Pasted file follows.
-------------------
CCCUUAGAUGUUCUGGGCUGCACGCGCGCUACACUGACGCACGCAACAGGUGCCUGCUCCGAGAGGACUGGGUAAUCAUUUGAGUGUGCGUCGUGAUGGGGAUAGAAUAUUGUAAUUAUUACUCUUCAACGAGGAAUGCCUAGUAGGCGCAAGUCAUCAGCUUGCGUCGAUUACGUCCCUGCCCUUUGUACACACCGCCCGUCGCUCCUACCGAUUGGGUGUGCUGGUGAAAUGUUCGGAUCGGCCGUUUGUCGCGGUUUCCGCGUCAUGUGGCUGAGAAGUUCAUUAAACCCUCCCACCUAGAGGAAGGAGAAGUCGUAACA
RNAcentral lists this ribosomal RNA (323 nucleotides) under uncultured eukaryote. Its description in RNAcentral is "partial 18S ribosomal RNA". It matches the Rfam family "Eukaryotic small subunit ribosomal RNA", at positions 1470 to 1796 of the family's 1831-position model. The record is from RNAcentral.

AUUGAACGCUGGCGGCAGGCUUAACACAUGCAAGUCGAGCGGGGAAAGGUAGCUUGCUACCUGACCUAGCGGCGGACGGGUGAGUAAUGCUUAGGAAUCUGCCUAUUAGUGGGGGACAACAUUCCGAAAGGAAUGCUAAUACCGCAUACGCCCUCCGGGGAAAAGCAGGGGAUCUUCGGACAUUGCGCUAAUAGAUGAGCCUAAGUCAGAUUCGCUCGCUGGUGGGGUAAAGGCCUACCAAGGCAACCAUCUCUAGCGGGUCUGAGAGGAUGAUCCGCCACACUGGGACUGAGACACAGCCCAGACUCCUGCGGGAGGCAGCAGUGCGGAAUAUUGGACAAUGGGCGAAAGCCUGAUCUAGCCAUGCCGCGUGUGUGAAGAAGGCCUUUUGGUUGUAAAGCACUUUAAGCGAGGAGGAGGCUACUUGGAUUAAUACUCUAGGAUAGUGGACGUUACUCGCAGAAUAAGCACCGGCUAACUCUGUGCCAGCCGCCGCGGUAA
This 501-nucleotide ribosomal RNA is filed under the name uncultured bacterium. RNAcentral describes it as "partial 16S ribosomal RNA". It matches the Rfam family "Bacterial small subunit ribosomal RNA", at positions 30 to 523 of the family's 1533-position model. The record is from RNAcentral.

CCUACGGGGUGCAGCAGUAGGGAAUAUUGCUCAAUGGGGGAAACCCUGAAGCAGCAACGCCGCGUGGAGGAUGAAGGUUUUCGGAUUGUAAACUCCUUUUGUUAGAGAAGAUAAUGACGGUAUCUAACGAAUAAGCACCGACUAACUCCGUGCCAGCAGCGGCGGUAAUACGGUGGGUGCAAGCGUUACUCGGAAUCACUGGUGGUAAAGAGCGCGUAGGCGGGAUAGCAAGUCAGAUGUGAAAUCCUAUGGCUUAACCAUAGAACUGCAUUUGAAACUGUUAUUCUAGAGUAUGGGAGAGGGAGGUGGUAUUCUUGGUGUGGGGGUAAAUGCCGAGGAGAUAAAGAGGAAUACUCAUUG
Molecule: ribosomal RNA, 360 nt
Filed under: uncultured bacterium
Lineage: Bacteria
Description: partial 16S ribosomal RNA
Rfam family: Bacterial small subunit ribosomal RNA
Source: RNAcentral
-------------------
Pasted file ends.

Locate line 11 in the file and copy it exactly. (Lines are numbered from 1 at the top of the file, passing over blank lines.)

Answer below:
Source: RNAcentral